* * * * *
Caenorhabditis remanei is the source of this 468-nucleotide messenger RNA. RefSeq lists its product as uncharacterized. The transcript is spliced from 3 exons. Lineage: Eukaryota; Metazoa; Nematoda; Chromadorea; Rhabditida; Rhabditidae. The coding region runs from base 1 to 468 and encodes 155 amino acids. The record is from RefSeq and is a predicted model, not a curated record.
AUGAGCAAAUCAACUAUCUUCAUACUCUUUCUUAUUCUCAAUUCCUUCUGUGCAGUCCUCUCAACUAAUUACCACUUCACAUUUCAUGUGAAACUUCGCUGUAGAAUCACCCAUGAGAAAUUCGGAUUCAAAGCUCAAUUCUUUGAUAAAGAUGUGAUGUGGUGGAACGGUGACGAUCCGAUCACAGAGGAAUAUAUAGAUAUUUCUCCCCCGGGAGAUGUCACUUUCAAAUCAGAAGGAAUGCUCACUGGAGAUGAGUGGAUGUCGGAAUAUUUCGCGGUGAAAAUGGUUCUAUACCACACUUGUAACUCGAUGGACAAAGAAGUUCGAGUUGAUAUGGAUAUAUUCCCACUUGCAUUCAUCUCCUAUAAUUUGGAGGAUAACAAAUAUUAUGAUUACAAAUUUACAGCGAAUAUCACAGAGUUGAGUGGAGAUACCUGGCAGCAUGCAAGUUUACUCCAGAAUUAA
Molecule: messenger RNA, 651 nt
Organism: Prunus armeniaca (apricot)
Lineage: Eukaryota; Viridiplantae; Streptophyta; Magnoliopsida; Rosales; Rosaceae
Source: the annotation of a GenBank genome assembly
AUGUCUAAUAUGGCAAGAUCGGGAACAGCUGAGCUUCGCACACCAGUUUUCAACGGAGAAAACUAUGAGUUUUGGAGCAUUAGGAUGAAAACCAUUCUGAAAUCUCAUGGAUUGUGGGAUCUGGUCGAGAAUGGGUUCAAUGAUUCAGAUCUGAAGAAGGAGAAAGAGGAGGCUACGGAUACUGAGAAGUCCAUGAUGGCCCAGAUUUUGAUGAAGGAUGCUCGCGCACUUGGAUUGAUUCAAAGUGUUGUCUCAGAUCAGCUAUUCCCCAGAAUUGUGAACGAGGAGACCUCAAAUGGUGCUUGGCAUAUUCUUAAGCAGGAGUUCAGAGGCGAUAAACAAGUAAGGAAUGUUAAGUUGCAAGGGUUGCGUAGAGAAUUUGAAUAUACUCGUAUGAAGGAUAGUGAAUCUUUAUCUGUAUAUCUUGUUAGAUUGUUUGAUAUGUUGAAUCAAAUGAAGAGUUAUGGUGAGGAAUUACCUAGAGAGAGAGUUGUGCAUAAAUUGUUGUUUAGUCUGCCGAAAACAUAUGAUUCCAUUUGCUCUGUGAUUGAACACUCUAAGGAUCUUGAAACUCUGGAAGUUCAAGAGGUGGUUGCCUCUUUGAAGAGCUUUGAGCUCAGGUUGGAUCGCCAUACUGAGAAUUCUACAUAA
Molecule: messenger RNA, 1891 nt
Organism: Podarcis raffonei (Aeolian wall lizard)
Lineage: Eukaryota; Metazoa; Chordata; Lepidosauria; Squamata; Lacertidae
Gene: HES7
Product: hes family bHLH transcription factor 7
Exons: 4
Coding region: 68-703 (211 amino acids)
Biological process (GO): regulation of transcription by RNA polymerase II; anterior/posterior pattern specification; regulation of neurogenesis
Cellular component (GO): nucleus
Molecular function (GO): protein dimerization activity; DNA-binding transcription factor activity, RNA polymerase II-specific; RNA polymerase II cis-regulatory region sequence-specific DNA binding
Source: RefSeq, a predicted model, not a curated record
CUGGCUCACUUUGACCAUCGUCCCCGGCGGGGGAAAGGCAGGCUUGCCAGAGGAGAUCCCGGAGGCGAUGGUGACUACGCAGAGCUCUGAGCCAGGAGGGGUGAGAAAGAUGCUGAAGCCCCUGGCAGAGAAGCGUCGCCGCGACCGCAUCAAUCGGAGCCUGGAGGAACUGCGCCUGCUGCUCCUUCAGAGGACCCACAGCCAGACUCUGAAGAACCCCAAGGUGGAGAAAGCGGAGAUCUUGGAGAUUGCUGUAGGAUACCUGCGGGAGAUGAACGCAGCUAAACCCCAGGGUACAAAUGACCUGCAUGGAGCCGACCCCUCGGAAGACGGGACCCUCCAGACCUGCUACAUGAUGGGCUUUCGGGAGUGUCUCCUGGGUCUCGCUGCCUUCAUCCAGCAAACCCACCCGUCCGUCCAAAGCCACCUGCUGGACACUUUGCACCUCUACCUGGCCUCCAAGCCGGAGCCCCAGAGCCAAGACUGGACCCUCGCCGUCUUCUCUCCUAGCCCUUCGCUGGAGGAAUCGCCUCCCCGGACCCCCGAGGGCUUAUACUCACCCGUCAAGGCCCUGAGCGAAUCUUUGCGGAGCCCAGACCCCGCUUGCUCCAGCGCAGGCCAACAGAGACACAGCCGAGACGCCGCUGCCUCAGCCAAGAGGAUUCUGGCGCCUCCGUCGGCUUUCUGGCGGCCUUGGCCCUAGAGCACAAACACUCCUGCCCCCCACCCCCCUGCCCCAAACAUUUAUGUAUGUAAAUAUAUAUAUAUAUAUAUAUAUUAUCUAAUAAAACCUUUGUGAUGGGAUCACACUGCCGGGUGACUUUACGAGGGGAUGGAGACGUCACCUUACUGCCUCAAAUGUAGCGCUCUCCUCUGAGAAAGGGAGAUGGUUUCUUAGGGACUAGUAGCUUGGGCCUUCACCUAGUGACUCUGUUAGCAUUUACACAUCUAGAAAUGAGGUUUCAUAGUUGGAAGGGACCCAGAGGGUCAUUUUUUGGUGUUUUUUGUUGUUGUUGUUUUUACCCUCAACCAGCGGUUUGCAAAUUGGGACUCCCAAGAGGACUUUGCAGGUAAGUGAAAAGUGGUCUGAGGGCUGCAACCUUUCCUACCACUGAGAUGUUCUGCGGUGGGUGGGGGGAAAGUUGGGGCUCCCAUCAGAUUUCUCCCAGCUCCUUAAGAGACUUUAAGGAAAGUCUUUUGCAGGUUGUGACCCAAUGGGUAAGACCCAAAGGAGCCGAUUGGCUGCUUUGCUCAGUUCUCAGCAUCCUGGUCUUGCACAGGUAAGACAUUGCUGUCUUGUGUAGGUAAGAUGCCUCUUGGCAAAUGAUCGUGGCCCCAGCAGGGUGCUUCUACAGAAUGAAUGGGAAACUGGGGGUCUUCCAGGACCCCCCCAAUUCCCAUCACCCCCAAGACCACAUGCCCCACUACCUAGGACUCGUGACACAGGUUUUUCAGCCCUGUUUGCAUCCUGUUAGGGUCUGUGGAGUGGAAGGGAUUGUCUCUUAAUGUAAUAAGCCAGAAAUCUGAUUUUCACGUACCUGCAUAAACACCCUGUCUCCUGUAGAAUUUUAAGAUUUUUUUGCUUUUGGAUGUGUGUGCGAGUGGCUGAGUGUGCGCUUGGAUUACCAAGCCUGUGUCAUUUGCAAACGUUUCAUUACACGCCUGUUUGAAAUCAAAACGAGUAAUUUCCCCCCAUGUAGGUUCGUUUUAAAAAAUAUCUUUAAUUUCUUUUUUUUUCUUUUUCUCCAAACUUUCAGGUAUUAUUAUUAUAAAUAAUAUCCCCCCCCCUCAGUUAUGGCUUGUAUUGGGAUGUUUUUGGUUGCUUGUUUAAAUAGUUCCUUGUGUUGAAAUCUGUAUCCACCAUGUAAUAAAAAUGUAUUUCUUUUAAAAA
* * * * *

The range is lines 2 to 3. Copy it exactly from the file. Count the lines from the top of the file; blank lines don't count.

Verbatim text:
AUGAGCAAAUCAACUAUCUUCAUACUCUUUCUUAUUCUCAAUUCCUUCUGUGCAGUCCUCUCAACUAAUUACCACUUCACAUUUCAUGUGAAACUUCGCUGUAGAAUCACCCAUGAGAAAUUCGGAUUCAAAGCUCAAUUCUUUGAUAAAGAUGUGAUGUGGUGGAACGGUGACGAUCCGAUCACAGAGGAAUAUAUAGAUAUUUCUCCCCCGGGAGAUGUCACUUUCAAAUCAGAAGGAAUGCUCACUGGAGAUGAGUGGAUGUCGGAAUAUUUCGCGGUGAAAAUGGUUCUAUACCACACUUGUAACUCGAUGGACAAAGAAGUUCGAGUUGAUAUGGAUAUAUUCCCACUUGCAUUCAUCUCCUAUAAUUUGGAGGAUAACAAAUAUUAUGAUUACAAAUUUACAGCGAAUAUCACAGAGUUGAGUGGAGAUACCUGGCAGCAUGCAAGUUUACUCCAGAAUUAA
Molecule: messenger RNA, 651 nt